The second part of the process relies upon, I hope, a keen intuition. What seems right (whatever that means) when put together in a certain order? What happens when you separate them? What comes out of the dissonance of certain juxtapostions? What is this output, from this particular input, and in relation to my own frame of mind, trying to say? And when I have selected certain phrases, how can I actually connect them together? Is there a voice or character that is coming out of the text I have selected from the output?
At this point, I have begun to heavily reword things, inverting the meanings of phrases, moving them around on the page, and adding quite a bit of my own material to fill in the gaps. If what I am working on seems to correspond to another poem I had been working on, I may work lines from that in.
What comes out of this whole process is usually very raw and mangled. I hope its confusion is mostly a reflection of my own confusion, or my mind’s lack of clarity on that particular day or series of days. What I have found most interesting about this process, though, is the effect it has had on my writing that doesn’t use the MChain program (or The Monster, as I sometimes call it). In some ways, the demands of the process upon my intuition, my sense of rhythm, and my idea of what seems fresh, carries over into a lot of what I write without the program. I never know what is going to come out, and making a poem out of the program that works never becomes any easier, and it has never been easier than writing a poem in a more traditional way. But I like what I’m doing, and I’m always trying to think of some other way to use (and not use) the MChain program.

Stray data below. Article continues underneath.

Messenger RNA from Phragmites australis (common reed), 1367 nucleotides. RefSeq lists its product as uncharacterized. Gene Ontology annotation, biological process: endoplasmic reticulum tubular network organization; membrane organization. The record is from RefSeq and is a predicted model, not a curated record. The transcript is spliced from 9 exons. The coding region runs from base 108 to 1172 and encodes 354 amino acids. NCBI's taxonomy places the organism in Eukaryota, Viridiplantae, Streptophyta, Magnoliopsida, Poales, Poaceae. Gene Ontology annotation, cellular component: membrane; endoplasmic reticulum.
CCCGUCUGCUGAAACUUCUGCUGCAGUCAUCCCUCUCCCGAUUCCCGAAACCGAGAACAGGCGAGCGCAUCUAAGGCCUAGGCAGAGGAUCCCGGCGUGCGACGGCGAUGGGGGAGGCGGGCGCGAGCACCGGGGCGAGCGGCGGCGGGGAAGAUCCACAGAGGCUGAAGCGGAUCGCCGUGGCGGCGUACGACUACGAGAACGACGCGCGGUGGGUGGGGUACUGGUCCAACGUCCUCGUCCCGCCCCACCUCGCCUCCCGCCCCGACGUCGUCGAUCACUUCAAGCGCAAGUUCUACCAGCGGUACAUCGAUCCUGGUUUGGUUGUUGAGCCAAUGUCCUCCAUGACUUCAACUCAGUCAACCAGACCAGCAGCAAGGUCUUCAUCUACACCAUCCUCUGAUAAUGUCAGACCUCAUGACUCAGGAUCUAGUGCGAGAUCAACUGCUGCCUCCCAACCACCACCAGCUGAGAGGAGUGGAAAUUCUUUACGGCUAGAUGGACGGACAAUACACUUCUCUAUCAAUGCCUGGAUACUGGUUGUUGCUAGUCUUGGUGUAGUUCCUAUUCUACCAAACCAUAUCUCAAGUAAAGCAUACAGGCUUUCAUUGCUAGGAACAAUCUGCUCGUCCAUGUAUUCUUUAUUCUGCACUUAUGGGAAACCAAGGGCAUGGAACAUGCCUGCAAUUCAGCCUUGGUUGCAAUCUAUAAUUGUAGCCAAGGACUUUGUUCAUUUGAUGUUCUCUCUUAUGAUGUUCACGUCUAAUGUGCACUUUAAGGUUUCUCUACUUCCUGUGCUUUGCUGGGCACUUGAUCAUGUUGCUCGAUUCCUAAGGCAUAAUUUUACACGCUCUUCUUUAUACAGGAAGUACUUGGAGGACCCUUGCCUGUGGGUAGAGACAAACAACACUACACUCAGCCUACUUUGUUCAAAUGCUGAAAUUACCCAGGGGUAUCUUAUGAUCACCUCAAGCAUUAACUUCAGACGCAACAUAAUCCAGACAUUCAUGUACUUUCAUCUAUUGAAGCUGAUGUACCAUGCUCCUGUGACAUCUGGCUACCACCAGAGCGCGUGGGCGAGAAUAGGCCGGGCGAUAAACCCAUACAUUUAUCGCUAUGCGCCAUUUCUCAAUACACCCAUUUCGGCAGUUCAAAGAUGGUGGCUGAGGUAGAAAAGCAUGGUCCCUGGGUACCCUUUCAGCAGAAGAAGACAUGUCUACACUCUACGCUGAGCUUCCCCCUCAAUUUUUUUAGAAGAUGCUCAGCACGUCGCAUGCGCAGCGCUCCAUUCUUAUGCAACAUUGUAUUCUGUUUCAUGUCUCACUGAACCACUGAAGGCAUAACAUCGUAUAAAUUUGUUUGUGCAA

I’m a poet, if I’ve neglected to mention that until now. Maybe I’ve been hiding it. I’m in my first year of an MFA degree at Purdue, which is why I don’t post often–too many other things to do. So, that’s what I’ve been doing.
You’ll have to click on the images above to read it; they’re very wide. We had an Art Studio session in workshop, but all I managed to do was come up with some imitative titles to a few abstract paintings out of an old issue of New American Paintings and stick some magnet words on a metal plate. Here are lines one and two. I’ll put some of the others up as I have the time to edit the images in GIMP, but each of them is meant to be a contained unit. My idea was to place words up from the several hundred that I had to work with until I ran out of room vertically. No punctuation, restricted word choices, uncertain tone, arbitrary length restriction: sounds like my kind of thing.
I’ll put some posts up from now on about my poetry, and what I’m doing with spam mail and Markhov chaining. I don’t have much of a poetics, but I’ll talk some about that, too. Maybe it will all work out.
For the record (does this thing constitute a record of some kind?), I have not abandoned this blog. And no, nobody accused me of doing so, and sure, I am feeling just a bit defensive for no clear reason today, so what?